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100 years after Tulsa race massacre, African Americans still feel outcast

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Artist Tatyana Fazlalizadeh hangs up a poster in the Greenwood district of Tulsa on May 28, 2021 in Tulsa, Oklahoma, ahead of the commemoration for the 100th anniversary of the Tulsa Race Massacre./AFP
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May 31, 2021 - 08:38 AM

TULSA — At the foot of modern buildings on an anonymous street, a few discreet metal plaques catch the eye.

“Grier shoemaker,” “Earl real estate” — riveted to the ground, they bear the names of Black-owned businesses that once stood there before being destroyed during one of the worst racial massacres in the United States, in 1921.

A rare vestige of a neighborhood so prosperous it was called Black Wall Street, the plaques prove that the history of Greenwood — a historically Black neighborhood of Tulsa, Oklahoma — is understood not by the monuments that currently stand, but the ones that are no longer there.

On the eve of a visit from President Joe Biden, popular with African-American voters, who will attend Tuesday’s commemorations of the 100th anniversary of the massacre, and after a year marked by the Black Lives Matter movement, the killings resonate with current events more than ever.

Destroyed neighborhood 

“They came over and destroyed Greenwood and burned everything down,” Bobby Eaton, 86, a neighborhood resident and former civil rights activist, told AFP.

A century ago, in the southern US town, the arrest of a young Black man accused of assaulting a white woman sparked one of the worst outpourings of racial violence ever seen in the country.

On May 31, 1921, after the arrest of Dick Rowland, hundreds of furious white people gathered outside the Tulsa courthouse, signalling to Black residents that a lynching — a common practice at the time and until as recently as the 1960s — was imminent.

A group of African-American World War I veterans, some of them armed, mobilized in an attempt to protect Rowland.

Tensions spiked and shots were fired. Fewer in number, the African-American residents retreated to Greenwood, known at the time for its economic prosperity and many businesses.

The next day, at dawn, white men looted and burned the buildings, chasing down and beating Black people living there. All day long, they ransacked Black Wall Street — police not only did not intervene but joined in the destruction — until nothing was left but ruins and ashes, killing up to 300 people in the process. The destruction left some 10,000 people homeless.

With a blue cap on his head and a T-shirt commemorating the massacre’s centennial pulled over his shirt, Eaton feels marked by this event that he never saw but heard so much about as a child in his father’s barber shop.

“I learned a lot about the riots as a very young person, that has never left my memory,” he said.

‘Don’t own the land’ 

In his opinion, as with many others in the neighborhood, it was the African-American prosperity that sparked the destruction. “That caused a great amount of jealousy, and it’s still doing so.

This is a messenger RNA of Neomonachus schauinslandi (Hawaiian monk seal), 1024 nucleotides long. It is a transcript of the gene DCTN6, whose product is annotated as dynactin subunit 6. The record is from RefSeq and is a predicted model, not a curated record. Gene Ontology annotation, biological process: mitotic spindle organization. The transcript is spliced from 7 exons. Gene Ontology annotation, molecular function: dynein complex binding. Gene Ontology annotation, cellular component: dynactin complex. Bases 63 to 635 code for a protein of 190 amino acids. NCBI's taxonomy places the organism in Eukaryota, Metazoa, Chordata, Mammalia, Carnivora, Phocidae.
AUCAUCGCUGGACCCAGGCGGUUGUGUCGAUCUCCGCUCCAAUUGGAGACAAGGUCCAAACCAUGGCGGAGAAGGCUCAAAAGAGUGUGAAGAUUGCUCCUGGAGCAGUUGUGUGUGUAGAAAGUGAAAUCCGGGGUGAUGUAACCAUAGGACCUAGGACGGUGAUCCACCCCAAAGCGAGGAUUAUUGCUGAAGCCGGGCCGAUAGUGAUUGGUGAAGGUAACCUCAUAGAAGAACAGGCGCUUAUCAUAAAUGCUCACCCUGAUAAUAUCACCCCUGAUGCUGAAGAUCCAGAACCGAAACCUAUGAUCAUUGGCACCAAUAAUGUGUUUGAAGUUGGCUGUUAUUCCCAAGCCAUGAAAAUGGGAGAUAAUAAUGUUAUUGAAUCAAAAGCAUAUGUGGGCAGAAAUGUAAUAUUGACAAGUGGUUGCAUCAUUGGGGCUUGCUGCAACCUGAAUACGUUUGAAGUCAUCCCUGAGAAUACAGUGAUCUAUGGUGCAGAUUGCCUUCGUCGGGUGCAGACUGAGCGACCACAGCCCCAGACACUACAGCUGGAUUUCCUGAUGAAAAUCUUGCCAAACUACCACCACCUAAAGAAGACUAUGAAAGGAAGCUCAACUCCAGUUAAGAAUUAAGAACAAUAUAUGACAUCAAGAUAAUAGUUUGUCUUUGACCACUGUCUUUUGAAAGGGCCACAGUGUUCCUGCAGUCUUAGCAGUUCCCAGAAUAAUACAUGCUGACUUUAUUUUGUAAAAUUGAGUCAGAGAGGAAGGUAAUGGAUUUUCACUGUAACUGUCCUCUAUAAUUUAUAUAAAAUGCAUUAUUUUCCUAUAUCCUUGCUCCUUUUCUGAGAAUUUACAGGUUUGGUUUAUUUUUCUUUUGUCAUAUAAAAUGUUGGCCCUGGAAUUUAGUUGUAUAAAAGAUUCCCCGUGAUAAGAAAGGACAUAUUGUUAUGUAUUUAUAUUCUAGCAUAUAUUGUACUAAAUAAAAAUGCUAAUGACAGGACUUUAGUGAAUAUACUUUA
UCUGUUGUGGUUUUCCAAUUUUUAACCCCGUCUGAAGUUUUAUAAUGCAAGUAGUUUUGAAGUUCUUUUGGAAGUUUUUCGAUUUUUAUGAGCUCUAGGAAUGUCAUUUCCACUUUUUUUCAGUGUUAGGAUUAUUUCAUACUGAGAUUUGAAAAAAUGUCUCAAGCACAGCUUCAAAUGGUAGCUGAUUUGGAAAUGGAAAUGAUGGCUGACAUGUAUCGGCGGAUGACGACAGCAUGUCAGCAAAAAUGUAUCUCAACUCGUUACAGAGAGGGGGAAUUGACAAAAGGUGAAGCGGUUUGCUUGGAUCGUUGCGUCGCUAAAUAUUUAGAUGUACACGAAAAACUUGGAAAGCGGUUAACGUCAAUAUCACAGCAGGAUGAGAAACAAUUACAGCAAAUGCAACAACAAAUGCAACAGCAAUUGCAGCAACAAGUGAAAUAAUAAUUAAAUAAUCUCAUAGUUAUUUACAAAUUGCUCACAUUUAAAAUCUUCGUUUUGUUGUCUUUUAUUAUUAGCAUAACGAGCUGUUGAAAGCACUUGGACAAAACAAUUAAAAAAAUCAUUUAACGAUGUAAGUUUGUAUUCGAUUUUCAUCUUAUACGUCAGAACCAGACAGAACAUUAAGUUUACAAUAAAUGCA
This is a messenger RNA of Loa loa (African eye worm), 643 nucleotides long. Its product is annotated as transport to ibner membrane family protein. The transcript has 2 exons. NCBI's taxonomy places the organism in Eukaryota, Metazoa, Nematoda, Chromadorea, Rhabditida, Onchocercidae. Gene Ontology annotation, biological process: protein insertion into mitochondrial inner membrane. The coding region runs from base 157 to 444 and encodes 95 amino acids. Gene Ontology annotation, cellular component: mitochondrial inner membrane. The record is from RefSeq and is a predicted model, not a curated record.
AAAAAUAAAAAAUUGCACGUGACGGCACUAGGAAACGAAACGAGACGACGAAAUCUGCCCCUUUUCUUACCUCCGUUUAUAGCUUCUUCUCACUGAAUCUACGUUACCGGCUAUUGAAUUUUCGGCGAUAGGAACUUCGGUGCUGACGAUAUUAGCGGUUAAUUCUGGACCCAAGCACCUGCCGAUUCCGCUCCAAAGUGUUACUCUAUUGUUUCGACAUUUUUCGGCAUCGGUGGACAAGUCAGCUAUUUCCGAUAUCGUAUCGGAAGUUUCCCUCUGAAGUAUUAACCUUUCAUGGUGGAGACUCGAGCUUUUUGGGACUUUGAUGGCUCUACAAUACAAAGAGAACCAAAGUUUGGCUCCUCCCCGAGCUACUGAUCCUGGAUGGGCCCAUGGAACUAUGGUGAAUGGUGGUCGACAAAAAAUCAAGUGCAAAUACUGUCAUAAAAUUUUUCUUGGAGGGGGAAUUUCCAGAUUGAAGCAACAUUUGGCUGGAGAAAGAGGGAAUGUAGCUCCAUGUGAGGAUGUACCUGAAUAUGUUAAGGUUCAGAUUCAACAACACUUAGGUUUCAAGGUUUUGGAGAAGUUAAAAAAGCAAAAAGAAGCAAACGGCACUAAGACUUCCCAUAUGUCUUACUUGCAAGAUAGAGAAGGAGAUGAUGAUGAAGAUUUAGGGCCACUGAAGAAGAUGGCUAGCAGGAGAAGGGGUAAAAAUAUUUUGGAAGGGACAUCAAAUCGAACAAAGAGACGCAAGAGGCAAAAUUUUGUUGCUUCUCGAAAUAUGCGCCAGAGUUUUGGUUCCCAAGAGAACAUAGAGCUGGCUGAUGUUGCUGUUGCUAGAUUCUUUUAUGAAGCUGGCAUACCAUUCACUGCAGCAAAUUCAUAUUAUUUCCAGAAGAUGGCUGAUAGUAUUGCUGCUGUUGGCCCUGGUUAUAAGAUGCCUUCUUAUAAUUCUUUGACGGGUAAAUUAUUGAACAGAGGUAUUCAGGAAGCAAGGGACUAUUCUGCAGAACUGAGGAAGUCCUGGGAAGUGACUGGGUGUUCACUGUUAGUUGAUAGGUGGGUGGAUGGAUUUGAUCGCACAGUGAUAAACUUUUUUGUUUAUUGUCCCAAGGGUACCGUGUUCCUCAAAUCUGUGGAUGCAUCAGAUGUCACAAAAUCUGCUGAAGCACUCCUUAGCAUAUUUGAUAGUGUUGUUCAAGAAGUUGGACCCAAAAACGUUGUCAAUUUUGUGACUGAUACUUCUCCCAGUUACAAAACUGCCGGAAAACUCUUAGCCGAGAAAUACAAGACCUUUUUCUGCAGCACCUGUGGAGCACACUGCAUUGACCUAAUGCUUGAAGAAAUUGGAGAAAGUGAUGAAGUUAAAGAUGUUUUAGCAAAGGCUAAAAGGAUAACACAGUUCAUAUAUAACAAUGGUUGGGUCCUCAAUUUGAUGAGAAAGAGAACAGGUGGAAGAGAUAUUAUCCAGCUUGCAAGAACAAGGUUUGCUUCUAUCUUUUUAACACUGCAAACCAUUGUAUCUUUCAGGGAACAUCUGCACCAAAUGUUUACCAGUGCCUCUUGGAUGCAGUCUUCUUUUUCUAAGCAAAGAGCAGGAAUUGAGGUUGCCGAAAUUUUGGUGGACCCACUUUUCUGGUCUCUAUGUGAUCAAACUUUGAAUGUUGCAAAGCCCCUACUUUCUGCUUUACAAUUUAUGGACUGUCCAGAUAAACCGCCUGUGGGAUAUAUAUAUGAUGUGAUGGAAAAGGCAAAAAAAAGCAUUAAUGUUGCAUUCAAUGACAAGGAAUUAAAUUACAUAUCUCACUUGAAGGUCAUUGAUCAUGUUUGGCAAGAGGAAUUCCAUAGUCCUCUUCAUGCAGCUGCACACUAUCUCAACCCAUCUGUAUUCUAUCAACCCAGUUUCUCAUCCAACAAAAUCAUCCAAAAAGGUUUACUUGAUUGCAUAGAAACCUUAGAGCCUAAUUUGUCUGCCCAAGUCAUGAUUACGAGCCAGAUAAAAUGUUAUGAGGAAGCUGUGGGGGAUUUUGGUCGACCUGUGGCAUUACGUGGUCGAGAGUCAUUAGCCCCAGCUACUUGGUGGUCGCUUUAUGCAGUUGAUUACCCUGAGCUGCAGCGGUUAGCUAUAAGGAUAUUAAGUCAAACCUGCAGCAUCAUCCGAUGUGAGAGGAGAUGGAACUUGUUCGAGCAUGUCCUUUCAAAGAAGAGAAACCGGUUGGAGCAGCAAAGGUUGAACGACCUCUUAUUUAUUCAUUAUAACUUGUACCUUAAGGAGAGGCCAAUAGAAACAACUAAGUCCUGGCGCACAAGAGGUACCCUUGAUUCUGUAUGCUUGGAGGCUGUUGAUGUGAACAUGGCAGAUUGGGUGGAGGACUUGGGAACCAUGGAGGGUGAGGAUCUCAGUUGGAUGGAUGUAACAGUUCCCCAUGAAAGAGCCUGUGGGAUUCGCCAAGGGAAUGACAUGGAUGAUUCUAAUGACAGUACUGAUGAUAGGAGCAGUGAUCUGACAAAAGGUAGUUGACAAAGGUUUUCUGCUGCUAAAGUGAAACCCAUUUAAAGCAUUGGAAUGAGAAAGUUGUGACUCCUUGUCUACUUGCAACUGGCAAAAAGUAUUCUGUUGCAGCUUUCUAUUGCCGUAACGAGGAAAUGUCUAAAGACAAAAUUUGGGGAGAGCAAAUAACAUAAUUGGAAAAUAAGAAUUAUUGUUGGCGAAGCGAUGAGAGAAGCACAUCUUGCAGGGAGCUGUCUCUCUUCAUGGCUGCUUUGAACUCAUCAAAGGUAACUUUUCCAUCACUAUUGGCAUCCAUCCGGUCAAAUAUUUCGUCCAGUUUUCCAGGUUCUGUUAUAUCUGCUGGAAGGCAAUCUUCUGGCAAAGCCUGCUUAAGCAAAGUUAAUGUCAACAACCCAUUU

“That mentality that destroyed Greenwood to begin with, to a great extent still exists right here in Tulsa,” Eaton said.

Even 100 years after the massacre, racial tensions remain high.

In the Black Wall Street Liquid Lounge — a coffee shop named, like many businesses in Greenwood, in homage to the neighborhood’s golden age — Kode Ransom, a 32-year-old African-American man, sports long dreadlocks and a big smile as he greets customers.

A happy co-manager of the business, he has one regret: not owning the walls around him.

“People hear ‘Black Wall Street,’ they think that it’s completely controlled by Black people. It’s actually not,” he said.

Ransom estimates that about 20 African-American-owned businesses exist in Greenwood, and they all pay rent.

“We don’t own the land,” he said.

An urban planning policy, called urban renewal, carried out by the Tulsa city council since the 1960s, has had the effect of driving out African-American owners whose houses or businesses, deemed dilapidated, were demolished to make way for new buildings.

The construction of a seven-lane highway through the middle of the main street finished disfiguring the neighborhood.

“At the time when Greenwood was Greenwood, you had 40 blocks, and now it’s all being condensed down to half of a street… and even on that half of a street it’s still not really just Black Wall Street,” said Ransom, sighing.


A few meters from the cafe, in the Greenwood Art Gallery, manager Queen Alexander, 31, arranges the exhibited paintings, which celebrate African-American culture.

She also pays rent — and it’s about to go up by 30 percent. The opening of a large museum dedicated to the neighborhood’s history, the Greenwood Rising History Center, which will officially open Wednesday, has caused rent for the surrounding businesses to increase.

One of her acquaintances, who had run a beauty salon in Greenwood for more than 40 years, was evicted. “She couldn’t afford the rent,” said Alexander.

Outside the bay windows of her gallery, Alexander observes the gentrification at work.

“You do see now white people walking their dogs, and riding their bikes, in neighborhoods that you would never have seen them before,” she said, noting the opening of a baseball field, a Starbucks and “a college that I probably couldn’t afford.

For her, Greenwood without its African-American owners and historic buildings is no longer really Black Wall Street but “Greenwood district with some Black business leases.”

And “if we all get evicted tomorrow, this is white Wall Street.”

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